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Rwanda's comeback

Fourteen years after genocide, trust has replaced fear, pride has replaced pity, and dynamism has replaced despair.

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Francine Murengezi Ingabire, a happy 12-year-old, was hacked to pieces with a machete in Rwanda during the 1994 genocide.

Her story is told at the genocide memorial in Kigali. The building is a carefully constructed contradiction. Its subject is tragedy, yet its design – sharp lines, stalwart gables – suggests hope. That contradiction is, it seems, intentional and perfectly encapsulates today's Rwanda, perhaps the most successful and optimistic nation in Africa.

The statistics of the genocide are devastating: About 83 percent of the Tutsi population was murdered in a Hutu version of the Final Solution.

The survivors carry terrible scars – physical and mental. Thousands of women still cope with the trauma of rape. Many were intentionally infected with HIV, itself a weapon of genocide.

To those unfamiliar with the current state of Africa, Rwanda remains synonymous with genocide. Though the killings occurred 14 years ago, ethnic slaughter still dominates outsiders' impressions. That is a shame, since Rwanda is proud of the progress it has made as a nation and is optimistic about its future.

Rwanda seeks admiration, not pity. And rightfully: The people should be seen as an example of the resilience of the human spirit, not of the despair that too often defines Africa.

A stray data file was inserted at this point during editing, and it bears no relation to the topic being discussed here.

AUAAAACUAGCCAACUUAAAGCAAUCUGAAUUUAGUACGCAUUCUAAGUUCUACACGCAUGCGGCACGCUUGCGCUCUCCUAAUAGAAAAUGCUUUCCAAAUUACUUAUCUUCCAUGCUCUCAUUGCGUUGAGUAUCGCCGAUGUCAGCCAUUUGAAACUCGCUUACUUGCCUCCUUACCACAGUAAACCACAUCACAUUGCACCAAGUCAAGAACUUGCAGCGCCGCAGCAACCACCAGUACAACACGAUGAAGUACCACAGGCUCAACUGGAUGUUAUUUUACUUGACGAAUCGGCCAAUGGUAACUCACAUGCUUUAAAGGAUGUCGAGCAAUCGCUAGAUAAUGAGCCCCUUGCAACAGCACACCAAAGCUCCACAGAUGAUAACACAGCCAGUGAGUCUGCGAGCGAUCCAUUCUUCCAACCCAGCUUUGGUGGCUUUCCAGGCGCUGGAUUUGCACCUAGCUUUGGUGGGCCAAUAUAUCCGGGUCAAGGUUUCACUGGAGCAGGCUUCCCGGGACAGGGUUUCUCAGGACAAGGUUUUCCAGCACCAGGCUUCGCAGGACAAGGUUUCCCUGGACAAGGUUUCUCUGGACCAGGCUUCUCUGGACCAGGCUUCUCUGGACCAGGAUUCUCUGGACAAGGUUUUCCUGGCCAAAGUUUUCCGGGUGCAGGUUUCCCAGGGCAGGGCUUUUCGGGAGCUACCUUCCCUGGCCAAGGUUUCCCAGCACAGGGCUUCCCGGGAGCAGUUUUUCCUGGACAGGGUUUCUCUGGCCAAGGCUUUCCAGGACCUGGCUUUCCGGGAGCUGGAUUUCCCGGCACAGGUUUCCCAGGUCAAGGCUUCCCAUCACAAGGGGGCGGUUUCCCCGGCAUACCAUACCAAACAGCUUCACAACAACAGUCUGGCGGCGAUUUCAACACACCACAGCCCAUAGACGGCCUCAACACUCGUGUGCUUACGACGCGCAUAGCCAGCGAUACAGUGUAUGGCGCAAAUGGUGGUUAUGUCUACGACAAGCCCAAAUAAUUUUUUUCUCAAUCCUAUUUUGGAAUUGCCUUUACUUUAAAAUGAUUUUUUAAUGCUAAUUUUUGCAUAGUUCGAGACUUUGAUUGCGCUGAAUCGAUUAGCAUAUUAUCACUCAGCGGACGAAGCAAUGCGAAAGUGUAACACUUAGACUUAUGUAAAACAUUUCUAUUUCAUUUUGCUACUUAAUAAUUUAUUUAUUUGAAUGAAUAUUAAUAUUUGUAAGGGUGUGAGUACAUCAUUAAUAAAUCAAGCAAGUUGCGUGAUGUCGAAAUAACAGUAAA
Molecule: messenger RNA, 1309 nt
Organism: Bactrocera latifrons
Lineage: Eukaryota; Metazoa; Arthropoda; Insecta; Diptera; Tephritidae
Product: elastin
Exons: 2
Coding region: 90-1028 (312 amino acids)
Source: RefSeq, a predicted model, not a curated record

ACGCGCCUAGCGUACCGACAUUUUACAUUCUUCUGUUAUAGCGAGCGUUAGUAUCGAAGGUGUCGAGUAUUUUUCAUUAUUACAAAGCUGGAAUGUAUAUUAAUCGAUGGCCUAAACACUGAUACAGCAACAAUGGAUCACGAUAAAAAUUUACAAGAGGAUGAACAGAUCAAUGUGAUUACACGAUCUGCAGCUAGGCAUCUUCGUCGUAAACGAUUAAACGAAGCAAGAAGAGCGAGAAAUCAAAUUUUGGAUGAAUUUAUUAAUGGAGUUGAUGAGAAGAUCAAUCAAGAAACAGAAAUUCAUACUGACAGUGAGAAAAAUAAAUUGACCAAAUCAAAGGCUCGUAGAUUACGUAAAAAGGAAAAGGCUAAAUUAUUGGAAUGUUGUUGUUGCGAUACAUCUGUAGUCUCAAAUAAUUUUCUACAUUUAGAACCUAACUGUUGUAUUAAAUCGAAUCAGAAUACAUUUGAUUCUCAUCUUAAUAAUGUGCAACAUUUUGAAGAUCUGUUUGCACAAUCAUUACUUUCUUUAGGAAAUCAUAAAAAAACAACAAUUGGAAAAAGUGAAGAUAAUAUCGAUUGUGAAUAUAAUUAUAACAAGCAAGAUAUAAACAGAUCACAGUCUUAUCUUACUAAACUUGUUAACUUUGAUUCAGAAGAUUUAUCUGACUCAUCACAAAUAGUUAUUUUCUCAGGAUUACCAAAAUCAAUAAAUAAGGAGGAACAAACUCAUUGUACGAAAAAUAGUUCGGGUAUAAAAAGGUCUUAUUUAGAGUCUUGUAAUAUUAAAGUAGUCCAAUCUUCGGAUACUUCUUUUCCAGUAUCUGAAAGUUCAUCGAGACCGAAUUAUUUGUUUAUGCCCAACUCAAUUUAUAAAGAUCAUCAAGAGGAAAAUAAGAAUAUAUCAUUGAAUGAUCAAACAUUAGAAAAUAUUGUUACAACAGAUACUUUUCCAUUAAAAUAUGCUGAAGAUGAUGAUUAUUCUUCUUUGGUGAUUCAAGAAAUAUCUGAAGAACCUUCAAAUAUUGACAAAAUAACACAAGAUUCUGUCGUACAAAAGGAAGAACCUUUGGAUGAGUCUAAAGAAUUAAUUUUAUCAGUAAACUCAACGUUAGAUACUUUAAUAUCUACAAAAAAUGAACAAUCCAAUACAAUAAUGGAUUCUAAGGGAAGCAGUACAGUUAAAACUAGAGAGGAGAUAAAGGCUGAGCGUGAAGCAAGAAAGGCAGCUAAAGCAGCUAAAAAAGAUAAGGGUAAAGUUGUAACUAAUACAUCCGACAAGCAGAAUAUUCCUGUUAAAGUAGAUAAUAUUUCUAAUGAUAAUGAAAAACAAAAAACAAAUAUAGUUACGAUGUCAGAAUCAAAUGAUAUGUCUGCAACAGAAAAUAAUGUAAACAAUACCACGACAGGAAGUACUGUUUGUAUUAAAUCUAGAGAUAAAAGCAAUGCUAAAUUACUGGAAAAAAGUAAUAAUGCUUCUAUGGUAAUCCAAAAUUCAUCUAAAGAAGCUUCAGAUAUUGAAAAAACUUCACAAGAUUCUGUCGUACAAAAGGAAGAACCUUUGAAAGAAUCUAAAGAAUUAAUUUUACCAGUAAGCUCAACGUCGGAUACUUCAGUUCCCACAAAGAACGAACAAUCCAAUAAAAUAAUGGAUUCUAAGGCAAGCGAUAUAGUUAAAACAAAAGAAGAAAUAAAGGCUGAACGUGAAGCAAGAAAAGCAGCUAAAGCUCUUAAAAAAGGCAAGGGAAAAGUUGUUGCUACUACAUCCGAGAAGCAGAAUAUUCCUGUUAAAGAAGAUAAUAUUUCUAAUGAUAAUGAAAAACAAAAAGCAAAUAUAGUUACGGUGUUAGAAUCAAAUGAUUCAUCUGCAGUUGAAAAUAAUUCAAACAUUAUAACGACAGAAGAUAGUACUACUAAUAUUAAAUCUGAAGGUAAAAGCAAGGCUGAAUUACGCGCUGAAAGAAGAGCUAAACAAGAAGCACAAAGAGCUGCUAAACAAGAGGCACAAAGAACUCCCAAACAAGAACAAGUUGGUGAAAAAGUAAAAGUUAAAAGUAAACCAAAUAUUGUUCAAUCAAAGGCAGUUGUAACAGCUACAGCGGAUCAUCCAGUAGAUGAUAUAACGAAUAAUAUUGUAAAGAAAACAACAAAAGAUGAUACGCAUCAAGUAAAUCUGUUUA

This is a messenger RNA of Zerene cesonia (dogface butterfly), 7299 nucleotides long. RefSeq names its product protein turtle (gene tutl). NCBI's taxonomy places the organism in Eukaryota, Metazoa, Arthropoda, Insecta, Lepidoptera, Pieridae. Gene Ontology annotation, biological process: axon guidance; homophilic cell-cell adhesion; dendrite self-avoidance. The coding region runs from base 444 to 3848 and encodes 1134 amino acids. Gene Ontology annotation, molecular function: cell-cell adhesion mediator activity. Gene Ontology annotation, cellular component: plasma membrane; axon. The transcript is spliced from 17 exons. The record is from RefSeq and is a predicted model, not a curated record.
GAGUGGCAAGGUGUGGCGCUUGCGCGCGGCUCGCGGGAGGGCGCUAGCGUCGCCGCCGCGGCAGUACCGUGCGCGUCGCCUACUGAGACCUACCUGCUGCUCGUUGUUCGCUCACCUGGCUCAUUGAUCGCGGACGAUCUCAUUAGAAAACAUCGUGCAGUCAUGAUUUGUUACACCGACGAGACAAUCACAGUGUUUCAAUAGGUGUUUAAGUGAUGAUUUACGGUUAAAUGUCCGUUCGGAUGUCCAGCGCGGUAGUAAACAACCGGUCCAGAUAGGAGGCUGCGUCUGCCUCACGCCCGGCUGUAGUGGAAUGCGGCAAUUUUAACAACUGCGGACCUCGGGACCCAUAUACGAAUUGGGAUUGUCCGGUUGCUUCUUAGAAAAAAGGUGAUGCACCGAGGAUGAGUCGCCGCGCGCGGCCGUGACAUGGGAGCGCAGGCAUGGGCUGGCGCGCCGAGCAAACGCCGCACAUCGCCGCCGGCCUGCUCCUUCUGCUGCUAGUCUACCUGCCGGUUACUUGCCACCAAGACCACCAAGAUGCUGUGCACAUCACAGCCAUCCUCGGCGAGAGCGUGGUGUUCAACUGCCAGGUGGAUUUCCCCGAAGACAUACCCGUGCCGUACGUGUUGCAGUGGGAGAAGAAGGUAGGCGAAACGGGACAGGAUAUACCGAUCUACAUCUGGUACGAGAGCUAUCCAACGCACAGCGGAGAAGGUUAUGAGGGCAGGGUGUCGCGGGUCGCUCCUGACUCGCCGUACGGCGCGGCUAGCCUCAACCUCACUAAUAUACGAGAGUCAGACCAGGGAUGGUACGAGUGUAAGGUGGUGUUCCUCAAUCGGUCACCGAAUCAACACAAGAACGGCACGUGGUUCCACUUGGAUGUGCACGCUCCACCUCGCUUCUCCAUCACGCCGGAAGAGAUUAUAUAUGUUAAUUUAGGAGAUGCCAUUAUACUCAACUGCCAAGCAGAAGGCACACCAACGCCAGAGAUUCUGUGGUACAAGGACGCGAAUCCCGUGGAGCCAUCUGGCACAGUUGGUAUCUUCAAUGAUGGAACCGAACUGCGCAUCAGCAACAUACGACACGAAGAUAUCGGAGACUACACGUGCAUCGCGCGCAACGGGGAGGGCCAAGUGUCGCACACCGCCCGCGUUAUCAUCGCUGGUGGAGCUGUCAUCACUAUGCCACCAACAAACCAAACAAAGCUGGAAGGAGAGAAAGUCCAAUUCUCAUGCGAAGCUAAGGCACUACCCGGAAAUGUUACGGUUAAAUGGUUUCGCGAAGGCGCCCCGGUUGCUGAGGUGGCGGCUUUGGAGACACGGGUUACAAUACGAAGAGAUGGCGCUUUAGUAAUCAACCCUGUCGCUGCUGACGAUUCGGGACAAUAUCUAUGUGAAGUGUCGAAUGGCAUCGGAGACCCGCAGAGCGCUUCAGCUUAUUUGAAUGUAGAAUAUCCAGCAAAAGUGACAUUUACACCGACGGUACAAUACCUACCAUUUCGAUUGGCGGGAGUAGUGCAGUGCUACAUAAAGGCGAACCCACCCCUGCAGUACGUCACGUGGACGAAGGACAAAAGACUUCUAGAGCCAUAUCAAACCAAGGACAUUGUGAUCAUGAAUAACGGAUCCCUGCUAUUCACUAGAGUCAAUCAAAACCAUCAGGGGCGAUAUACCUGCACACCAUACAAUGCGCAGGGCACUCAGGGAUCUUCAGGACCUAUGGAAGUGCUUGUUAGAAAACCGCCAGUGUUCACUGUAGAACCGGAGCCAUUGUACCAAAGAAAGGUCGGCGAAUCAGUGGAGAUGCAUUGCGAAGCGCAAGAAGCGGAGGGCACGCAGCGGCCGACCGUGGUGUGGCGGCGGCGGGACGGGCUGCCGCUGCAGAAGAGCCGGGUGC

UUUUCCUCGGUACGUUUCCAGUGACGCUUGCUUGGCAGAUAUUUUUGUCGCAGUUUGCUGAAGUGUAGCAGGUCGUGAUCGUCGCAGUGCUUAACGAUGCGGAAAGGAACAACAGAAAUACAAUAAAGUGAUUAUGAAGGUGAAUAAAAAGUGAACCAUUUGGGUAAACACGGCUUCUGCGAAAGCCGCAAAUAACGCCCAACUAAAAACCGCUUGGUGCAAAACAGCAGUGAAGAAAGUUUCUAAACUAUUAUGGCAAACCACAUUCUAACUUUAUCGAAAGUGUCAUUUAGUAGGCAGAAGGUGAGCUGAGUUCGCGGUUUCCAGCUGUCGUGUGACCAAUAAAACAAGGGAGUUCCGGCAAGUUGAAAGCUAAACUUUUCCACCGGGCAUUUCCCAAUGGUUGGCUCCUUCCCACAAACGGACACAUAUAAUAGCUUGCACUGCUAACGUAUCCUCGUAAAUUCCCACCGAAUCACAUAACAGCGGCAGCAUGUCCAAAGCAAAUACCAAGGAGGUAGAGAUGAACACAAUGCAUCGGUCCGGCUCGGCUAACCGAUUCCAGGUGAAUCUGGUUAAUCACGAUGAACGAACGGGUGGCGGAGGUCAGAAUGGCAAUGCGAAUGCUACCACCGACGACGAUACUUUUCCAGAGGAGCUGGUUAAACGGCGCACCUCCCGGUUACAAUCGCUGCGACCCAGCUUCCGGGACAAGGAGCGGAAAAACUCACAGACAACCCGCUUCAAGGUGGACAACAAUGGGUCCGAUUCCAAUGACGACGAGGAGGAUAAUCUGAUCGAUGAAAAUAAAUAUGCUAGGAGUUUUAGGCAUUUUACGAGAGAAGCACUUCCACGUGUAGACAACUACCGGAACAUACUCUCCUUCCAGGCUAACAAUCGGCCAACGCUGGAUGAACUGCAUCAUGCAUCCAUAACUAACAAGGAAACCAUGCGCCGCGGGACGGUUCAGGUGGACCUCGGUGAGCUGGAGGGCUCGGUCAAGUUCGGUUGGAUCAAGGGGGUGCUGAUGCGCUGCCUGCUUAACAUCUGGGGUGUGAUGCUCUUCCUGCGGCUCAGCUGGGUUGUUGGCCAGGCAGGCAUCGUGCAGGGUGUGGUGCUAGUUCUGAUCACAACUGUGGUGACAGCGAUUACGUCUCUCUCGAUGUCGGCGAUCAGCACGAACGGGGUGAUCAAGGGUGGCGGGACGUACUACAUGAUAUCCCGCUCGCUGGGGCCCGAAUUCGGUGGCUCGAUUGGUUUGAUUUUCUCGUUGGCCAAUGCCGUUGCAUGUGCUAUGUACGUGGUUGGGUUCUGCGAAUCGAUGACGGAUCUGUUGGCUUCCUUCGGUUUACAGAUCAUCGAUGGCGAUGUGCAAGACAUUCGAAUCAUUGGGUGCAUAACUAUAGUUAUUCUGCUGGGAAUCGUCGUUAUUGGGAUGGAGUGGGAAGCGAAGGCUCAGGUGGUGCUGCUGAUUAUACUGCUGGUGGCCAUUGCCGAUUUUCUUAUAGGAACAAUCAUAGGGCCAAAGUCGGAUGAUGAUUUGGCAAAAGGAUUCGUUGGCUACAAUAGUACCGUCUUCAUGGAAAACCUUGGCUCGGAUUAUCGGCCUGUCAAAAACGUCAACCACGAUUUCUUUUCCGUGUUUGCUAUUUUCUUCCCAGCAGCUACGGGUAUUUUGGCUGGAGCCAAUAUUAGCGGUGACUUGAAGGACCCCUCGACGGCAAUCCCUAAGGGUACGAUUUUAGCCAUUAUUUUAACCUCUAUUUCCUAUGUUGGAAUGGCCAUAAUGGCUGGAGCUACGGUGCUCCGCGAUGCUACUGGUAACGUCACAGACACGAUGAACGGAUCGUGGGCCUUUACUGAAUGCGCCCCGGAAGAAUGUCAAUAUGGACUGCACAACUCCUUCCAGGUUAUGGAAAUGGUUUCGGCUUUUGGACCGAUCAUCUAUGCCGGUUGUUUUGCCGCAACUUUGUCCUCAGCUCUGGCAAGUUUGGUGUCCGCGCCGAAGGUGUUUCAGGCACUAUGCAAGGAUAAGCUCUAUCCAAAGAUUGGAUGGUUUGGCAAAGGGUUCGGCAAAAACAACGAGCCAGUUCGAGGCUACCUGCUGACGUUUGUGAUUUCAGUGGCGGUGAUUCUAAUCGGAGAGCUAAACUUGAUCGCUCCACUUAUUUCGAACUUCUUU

But how does a nation come to terms with genocide?

The answer lies within that memorial in Kigali. The exhibits construct a narrative that facilitates closure. This narrative maintains that there is only one native Rwandan people who share a common language and culture. Hutu and Tutsi are not ethnic divisions, but social classes – those labels, "Tutsi" and "Hutu" were meant to define the number of cows a family owned.

During the colonial period, the Belgians turned those otherwise fluid divisions into rigid ethnic identities as part of a strategy of divide and rule. Hasty decolonization then left the country prey to demagogues who manipulated the divisions further, eventually resulting in the genocide of 1994.

The future is built on faith: Rwandans have convinced themselves that they were once a harmonious people and can be so again. The narrative of the genocide evades certain painful details, but what matters is that Rwanda now believes itself to be the greatest country in Africa. Instead of being dragged down by despair, people walk on the balls of their feet.


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